Let’s get deep: The importance of protection
Those of you who have kept up with my sex column this semester know my articles have been on the lighter side and have encouraged sexual connection and exploration. However, this week we need to talk about the importance of protection.
Every piece I have written for Let’s Get Deep has the three basic concepts; communication, connection, and consent being at the core of all three. Without these three concepts being met, sexual exploration and connection with partners cannot and should not happen.
In case it isn’t incredibly obvious, or if you’re just too thick to get it, let me break it down for you. If there is no consent and communication with your partner before a sex act, do not proceed.
Do not do it then apologize later. Do not assume your partner will be okay with it. Do not assume that because your partner said “yes” to one thing they will agree to something else entirely. Do not chalk it up to being in the moment. Do not blame alcohol or any other substance for your actions. And do not blame your partner.
Whether engaging sexually with someone for the first time or trying something new with a long-time sex partner, consent is not something that should be taken lightly or as negotiable.
If there is no consent and there has been no communication between you and your partner(s) this is not a simple case of misunderstanding, it is sexual assault. It is rape.
Some think this definition of sexual assault or rape is too extreme or exaggerated, but that kind of thinking is what perpetuates rape culture and people that dismiss it are what it thrives on.
By normalizing and accepting certain acts of nonconsent, society neglects to label them for what they really are: sexual assault.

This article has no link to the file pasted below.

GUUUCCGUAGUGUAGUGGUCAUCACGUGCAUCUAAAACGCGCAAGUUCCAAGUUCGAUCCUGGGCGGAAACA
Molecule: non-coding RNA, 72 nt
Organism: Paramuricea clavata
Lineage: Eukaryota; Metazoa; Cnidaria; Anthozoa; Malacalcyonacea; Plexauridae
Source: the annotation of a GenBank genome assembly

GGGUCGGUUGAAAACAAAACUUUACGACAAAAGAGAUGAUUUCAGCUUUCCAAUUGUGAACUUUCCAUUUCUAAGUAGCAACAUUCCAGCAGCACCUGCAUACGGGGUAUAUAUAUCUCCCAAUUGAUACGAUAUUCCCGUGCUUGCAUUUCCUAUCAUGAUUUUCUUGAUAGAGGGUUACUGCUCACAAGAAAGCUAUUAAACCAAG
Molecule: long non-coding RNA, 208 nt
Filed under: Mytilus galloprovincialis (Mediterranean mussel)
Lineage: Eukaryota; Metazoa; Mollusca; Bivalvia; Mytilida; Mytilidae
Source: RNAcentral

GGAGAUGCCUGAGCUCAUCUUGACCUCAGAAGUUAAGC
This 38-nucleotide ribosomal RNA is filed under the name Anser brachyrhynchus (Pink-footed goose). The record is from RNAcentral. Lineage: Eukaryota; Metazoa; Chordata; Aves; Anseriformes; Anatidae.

With that being said, lately I’ve been seeing more and more about an extremely dangerous “sex challenge” called stealthing. Stealthing is when a sex partner, without the knowledge of any other party involved, removes their condom in the middle of sex.
Although the act has gained a new name and popularity among some in the digital world, the practice itself is not new. It’s just a new language that normalizes and old form of assault.
Some people who participate in stealthing see it as their ‘right to spread their seed.’ Members of this sub-community, who often connect through online forums, were researched in depth by Author Alexandra Brodsky, in the article “Rape-Adjacent: Imagining Legal Responses to Non-consensual Condom Removal.”
In the Columbia Journal of Gender and Law, Brodsky explains how this sub-community sees stealthing as a male entitlement.
“While one can imagine a range of motivations for ‘stealthers’ — increased physical pleasure, a thrill from degradation — online discussions suggest offenders and their defenders justify their actions as a natural male instinct — and natural male right.”
Reading online comments that support this type of sexual violation made me furious.
Removing a condom non-consensually, even without the intention of ‘spreading one’s seed,’ is a sick and disgusting assault that should be seen as a punishable offense.
But as Brodsky points out, current laws don’t protect against sexual assault acts like stealthing. However, it’s likely that if it were to be prosecuted in court, cases would be resolved like other sexual assault and rape cases often do, with minimum sentencing or no sentencing at all.
Not only do we need to consider this act to be sexual assault, but we also to understand the risks that removing a condom can impose on all parties.
Not only does it disempower and demean the party unaware of the condom removal, but it allows for transmission of sexually transmitted diseases and obviously increases the risk of pregnancy.
This complete disregard for the safety and autonomy of another person is repulsive, and that applies to stealthing and anything else done without the knowledge and consent of sexual partners.
Take precautions and communicate with your partners. Consent is not a joke — do not take it lightly.